Study

An assessment of Bycatch Reduction Devices in a tropical Australian prawn trawl fishery

  • Published source details Brewer D., Rawlinson N., Eayrs S. & Burridge C. (1998) An assessment of Bycatch Reduction Devices in a tropical Australian prawn trawl fishery. Fisheries Research, 36, 195-215

Actions

This study is summarised as evidence for the following.

Action Category

Fit a size-sorting escape grid (rigid or flexible) and large, supported escape openings to trawl nets

Action Link
Marine Fish Conservation

Fit mesh escape panels/windows and a size-sorting grid (rigid or flexible) to a trawl net

Action Link
Marine Fish Conservation

Fit large, supported escape openings (such as Fisheyes, Bigeyes and radial escape sections) to trawl nets

Action Link
Marine Fish Conservation

Fit mesh escape panels/windows to a trawl net

Action Link
Marine Fish Conservation

Fit a size-sorting escape grid (rigid or flexible) to a prawn/shrimp trawl net

Action Link
Marine Fish Conservation
  1. Fit a size-sorting escape grid (rigid or flexible) and large, supported escape openings to trawl nets

    A replicated, paired, controlled study in 1995 of an area of seabed in the Gulf of Carpentaria, Australia (Brewer et al. 1998) found that prawn trawl nets fitted with rigid size-sorting escape grids (two designs) in combination with either a large, supported escape opening (Fisheye) or a square mesh escape window, caught fewer unwanted fish compared to an unmodified conventional trawl. Data were reported as percentage reductions. The weight of unwanted fish caught in experimental trials of the modified nets was lower than conventional trawls: by 14–16% with a combined Super Shooter grid and Fisheye escape opening, by 28–31% with a Nordmøre grid and a Fisheye, and by 29–39% with a Nordmøre grid and a square mesh window. The Super Shooter/Fisheye system caught similar weights of commercial target prawns Penaeidae relative to conventional trawls (91–95%), while both Nordmøre systems caught less (Nordmøre/Fisheye: 14–18%, Nordmøre/square mesh: 17–34%). Standard prawn trawl nets were fitted with a combination of catch reduction devices: one of two size-sorting escape grids (‘Super Shooter’ or ‘Nordmøre’) and either a single large escape opening (‘Fisheye’) or a square mesh escape window in the codend. Paired trawl deployments, each with a different modified trawl, were conducted in experimental trials in October 1995 (146 paired tows, length 120 min). Full details of the gear designs are provided in the original study.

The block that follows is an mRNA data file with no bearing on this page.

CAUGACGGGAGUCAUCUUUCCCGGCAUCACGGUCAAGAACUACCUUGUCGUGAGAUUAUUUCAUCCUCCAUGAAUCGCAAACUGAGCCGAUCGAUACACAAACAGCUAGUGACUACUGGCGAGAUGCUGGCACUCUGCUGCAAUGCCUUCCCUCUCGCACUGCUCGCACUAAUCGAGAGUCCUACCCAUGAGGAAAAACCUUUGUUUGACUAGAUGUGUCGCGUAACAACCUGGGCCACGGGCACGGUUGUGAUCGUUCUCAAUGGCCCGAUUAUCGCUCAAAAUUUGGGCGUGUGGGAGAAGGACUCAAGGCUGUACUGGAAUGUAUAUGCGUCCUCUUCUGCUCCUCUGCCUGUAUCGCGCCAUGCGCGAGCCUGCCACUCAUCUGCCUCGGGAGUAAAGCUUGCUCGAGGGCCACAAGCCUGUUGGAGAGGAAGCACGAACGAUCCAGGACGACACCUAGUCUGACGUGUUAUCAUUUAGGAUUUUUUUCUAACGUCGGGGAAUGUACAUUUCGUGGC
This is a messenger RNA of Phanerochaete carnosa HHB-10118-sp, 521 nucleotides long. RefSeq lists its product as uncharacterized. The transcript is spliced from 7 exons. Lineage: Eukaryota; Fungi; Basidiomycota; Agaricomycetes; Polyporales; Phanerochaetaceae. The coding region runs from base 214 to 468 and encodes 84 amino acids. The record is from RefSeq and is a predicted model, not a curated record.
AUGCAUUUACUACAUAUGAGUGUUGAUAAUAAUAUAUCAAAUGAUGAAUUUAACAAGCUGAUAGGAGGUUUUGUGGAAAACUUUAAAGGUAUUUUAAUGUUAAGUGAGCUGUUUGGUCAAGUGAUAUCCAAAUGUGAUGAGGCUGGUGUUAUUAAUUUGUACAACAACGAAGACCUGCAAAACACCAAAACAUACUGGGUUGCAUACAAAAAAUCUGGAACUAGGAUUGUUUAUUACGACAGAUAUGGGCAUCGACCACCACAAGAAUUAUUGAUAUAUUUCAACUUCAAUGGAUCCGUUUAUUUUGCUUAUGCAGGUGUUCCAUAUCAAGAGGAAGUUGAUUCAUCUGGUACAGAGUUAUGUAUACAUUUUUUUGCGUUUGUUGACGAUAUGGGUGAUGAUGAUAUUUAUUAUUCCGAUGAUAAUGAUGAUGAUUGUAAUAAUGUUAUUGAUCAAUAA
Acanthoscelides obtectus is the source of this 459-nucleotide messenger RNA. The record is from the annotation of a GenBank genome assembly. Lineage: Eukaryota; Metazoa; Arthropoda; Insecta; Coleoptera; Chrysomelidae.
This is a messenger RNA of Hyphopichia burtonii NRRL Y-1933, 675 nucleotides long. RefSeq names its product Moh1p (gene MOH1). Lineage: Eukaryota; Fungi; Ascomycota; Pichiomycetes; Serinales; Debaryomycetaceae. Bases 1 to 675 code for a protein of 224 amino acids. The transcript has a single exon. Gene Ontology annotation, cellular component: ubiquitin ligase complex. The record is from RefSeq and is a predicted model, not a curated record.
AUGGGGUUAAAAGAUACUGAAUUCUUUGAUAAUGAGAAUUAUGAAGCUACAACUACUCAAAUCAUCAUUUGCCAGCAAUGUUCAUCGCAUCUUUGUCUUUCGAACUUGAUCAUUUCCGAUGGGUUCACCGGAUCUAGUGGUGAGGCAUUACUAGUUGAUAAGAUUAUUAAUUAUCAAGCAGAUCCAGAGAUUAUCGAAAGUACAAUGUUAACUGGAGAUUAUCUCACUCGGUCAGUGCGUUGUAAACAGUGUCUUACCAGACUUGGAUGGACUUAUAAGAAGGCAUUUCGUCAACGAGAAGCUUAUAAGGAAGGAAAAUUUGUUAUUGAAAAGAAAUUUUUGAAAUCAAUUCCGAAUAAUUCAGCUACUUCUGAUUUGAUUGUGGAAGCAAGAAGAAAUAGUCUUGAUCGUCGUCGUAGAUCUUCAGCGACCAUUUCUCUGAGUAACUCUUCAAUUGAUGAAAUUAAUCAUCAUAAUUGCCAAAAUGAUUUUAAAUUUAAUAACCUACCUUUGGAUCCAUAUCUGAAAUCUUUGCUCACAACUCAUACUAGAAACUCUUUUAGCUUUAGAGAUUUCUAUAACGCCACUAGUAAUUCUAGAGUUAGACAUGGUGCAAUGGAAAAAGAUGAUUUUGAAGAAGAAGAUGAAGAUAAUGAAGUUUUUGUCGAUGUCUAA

2. Fit mesh escape panels/windows and a size-sorting grid (rigid or flexible) to a trawl net

    A replicated, paired, controlled study in 1995–1996 of two fished areas of seabed in the Gulf of Carpentaria, Australia (Brewer et al. 1998) found that prawn trawl nets fitted with a square mesh escape panel in combination with a rigid size-sorting grid caught fewer unwanted fish, sharks and stingrays (Elasmobranchii) compared to an unmodified conventional trawl net. In the first of two trials, catch weights of unwanted fish in nets with a square mesh window and a rigid grid (Nordmøre) were reduced by 29–39% relative to a conventional net. In the second trial (commercial conditions), a square mesh window and grid (Super Shooter) caught fewer sharks (3) and stingrays (0) compared to a conventional trawl net (sharks: 12, stingrays: 2). Shark and stingray data were not tested statistically. In addition, target prawn Penaeidae catches were reduced by 17–34% in the square mesh window/Nordmøre system and average catch weight decreased from 41 kg in conventional nets to 38 kg in the square mesh window/Super Shooter system. Catch data were collected from deployments of two modifications of a standard prawn trawl net with a diamond mesh codend, each with a square mesh escape window grid fitted behind a rigid size-sorting grid (Nordmøre or Super Shooter) (see original paper for gear specifications). The modified nets were towed in paired deployments with other modified net designs and/or standard unmodified nets in Australia’s Northern Prawn Fishery area; during experimental trials in October 1995 (73 paired tows, 2h duration) and in commercial trials in October 1996 (24 paired tows, 2–3 h duration).

  3. Fit large, supported escape openings (such as Fisheyes, Bigeyes and radial escape sections) to trawl nets